Why does this conflict of love with a prostitute exist? Why are men writing to my blog with confusion, burning hearts, and pain from their experience of loving a prostitute? Why can’t a prostitute simply quit her work if she truly loves another? Can it really be love if she is still sleeping with other men? How can intimacy between a prostitute and her lover be special if she is sharing her body with other men? I attempt to answer such questions on my blog, given that other wholesome outlets are scarcely available.

In Love with a Sex Worker? A Word of Caution When Seeking Advice from Outsiders and others who claim to know:

Not all women who sell themselves are the same. Yes, there are similarities in certain aspects, but also great diversity in our personalities, lifestyles and upbringings. Therefore, one must be cautious when seeking advice from outsiders who tend to premise their arguments on the notion that all prostitutes have the same motivations, values and lifestyles –such sterotypes are invalid. Seeking any wholesome advice on being in love with a prostitute is very much prone to bias from outsiders who have little-to-zero personal experience with such women (outsiders who’s perspectives are shaped heavily by stereotypes)– It is important to remember that just because someone knows/visits prostitutes does NOT mean they got personal with them.There are so many disgusting attitudes that exist in forums and other internet sites about prostitutes in general, which is the result of a over centuries worth of discourses aimed at reducing prostitutes into degraded stereotypes. It is very easy to dismiss a prostitute as being “soulless,” “selfish,” “lazy,” and “having no dignity” if her behaviour is upsetting to someone. This mentality is not only erroneous, but lacks any sense of empathy or broader understandings. One commenter (“Mike”) on the blog epitomizes this hateful mentality. He commented in response to a paragraph I wrote:

“An escort is no different than any other human being. Yes, her lifestyle is different, but she/he is deserving of love, acknowledgement and care just as anyone else. Sadly, society still holds this view that such non-conforming groups are un-deserving of basic human dignity. Such cruel view needs to be challenged.” – Sahar

“Mike’s” Response:

I have to completely disagree with this view; and I say this as a hobbyist who has dated a Korean prostitute in Los Angeles. The only reason why I dated her was because I was led to believe she was going to quit her line of work and to be fair I promised to quit hobbying. I was genuine and she was filled with lies.

Yes, people are deserving of love…all people who choose to be in a monogamous relationship. The reality with most women who sell their bodies is this–they are very selfish, self-centered and jealous. It is okay for them to sell their bodies 8-10 clients a day but when her boyfriend needs a release and goes to another provider (because the gf/escort won’t see him at her work place) she gets very upset. Talk about a double standard.

Personally speaking, if an escort truly loves someone, she would understand her line if work would be very difficult for a man to deal with. Knowing this, true love would lead her away from her kine of work. It’s called compromise and respect. But it appears escorts simply want everything their own way and want a man to love them in the same fashion a man would love a genuinely kind and respectable woman who isn’t a prostitute. That is very very very…unreasonable in my opinion.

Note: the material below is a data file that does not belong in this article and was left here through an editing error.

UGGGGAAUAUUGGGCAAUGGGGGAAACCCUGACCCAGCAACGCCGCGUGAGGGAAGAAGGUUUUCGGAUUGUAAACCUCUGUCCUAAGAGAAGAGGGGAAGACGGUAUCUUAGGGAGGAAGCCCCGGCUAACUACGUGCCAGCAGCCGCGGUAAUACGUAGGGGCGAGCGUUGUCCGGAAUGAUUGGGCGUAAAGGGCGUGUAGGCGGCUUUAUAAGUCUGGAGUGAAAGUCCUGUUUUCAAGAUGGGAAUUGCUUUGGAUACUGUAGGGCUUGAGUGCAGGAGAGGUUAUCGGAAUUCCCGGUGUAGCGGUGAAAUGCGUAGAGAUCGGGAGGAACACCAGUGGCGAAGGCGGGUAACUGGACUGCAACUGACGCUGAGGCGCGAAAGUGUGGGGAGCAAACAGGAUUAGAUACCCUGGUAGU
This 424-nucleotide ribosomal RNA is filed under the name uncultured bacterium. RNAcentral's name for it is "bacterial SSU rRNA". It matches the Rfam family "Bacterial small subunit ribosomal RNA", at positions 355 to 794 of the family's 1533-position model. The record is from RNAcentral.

What I found amusing, during a heated argument I told her she is a deceitful, compulsive lying, trash of a person. A whore. A prostitute.

“I can’t believe that is how you think of me!” She exclaimed. Well, what am I to think of her? Classy, elegant, trustworthy, respectful? ?? She screws over a thousand men a year for money when most other women make something of themselves by working hard, going to school etc… she made a deal with the devil and when she is old and grey on her death bed…that is when it will finally hit her–OMG, I will die as a whore.”

What is apparent from Mike’s response is his complete lack of understanding why the lady continued to sell herself, why she couldn’t just quit so easily, why she is hesitant to give up her independence, and moreover, why she doesn’t resort to working for a 70-90% reduced income at a ‘normal’ job. How does Mike rationalize this? He just reduces her to a whore, in a derogatory, stereotypical sense. Yep, according to him, that explains everything. There are many Mikes in this world, both men and women. That’s what happens when a population is constantly bombarded with hateful propaganda towards a certain group, they internalize it. Such tactics are no different than the internalized racism that is prevalent in the world today. It is the laziest form of incorrect reasoning, but what can one expect? We are not all given the liberty of pondering about the wider implications of the human experience. I thought it might be worthy to share my response to the “hobbyist” aka Mike:

My Response:

“One reason I wrote this blog was to complicate terms and concepts that are prevalent in society about escorts/prostitutes, such as labelling them as: selfish, lazy, whores (in the derogatory sense), etc. I wanted to show how and why these attitudes exist, and how they are constructed by whom and for what purpose. And yet your comment, which is not surprising, fails to grasp any of what I’ve tried to convey.

First off, since you subscribe yourself as a’hobbyist’ I am quite sure your mentality of escorts is quite disheartening. Your comment is indicative that you are one of those people who fail to ‘read between the lines.’ You’ve taken your own experience of ‘not getting your way’ with a woman whom happens to be a sex worker, and then you make the hasty generalization that most escorts are “selfish, self-centered and jealous.” And from your experience, there is not one ounce of trying to understand the underlying issues, nor the underlying meanings of her actions, perhaps.